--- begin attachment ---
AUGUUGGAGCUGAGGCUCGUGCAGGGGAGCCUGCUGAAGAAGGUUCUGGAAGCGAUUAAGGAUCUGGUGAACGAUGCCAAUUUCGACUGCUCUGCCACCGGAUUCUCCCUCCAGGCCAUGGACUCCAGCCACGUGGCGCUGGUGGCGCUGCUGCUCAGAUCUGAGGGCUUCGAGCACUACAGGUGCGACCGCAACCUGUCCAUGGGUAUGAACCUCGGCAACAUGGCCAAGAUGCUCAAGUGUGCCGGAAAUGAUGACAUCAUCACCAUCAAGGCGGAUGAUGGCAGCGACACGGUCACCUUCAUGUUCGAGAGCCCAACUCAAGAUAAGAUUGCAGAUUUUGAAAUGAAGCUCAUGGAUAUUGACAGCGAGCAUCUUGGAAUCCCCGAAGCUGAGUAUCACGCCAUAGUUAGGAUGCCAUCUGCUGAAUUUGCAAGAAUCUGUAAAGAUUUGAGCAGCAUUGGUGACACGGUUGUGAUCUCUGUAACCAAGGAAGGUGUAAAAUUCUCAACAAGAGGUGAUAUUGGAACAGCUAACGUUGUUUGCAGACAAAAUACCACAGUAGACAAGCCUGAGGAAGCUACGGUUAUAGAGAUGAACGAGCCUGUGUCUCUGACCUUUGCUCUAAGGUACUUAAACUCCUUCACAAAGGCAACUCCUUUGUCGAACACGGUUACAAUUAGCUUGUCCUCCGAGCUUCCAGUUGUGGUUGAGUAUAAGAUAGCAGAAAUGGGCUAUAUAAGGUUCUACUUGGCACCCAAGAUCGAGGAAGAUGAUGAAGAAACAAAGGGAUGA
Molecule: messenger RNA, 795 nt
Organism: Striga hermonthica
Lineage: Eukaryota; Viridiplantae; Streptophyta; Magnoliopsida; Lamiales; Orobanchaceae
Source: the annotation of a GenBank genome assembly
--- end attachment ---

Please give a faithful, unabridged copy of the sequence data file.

AUGUUGGAGCUGAGGCUCGUGCAGGGGAGCCUGCUGAAGAAGGUUCUGGAAGCGAUUAAGGAUCUGGUGAACGAUGCCAAUUUCGACUGCUCUGCCACCGGAUUCUCCCUCCAGGCCAUGGACUCCAGCCACGUGGCGCUGGUGGCGCUGCUGCUCAGAUCUGAGGGCUUCGAGCACUACAGGUGCGACCGCAACCUGUCCAUGGGUAUGAACCUCGGCAACAUGGCCAAGAUGCUCAAGUGUGCCGGAAAUGAUGACAUCAUCACCAUCAAGGCGGAUGAUGGCAGCGACACGGUCACCUUCAUGUUCGAGAGCCCAACUCAAGAUAAGAUUGCAGAUUUUGAAAUGAAGCUCAUGGAUAUUGACAGCGAGCAUCUUGGAAUCCCCGAAGCUGAGUAUCACGCCAUAGUUAGGAUGCCAUCUGCUGAAUUUGCAAGAAUCUGUAAAGAUUUGAGCAGCAUUGGUGACACGGUUGUGAUCUCUGUAACCAAGGAAGGUGUAAAAUUCUCAACAAGAGGUGAUAUUGGAACAGCUAACGUUGUUUGCAGACAAAAUACCACAGUAGACAAGCCUGAGGAAGCUACGGUUAUAGAGAUGAACGAGCCUGUGUCUCUGACCUUUGCUCUAAGGUACUUAAACUCCUUCACAAAGGCAACUCCUUUGUCGAACACGGUUACAAUUAGCUUGUCCUCCGAGCUUCCAGUUGUGGUUGAGUAUAAGAUAGCAGAAAUGGGCUAUAUAAGGUUCUACUUGGCACCCAAGAUCGAGGAAGAUGAUGAAGAAACAAAGGGAUGA
Molecule: messenger RNA, 795 nt
Organism: Striga hermonthica
Lineage: Eukaryota; Viridiplantae; Streptophyta; Magnoliopsida; Lamiales; Orobanchaceae
Source: the annotation of a GenBank genome assembly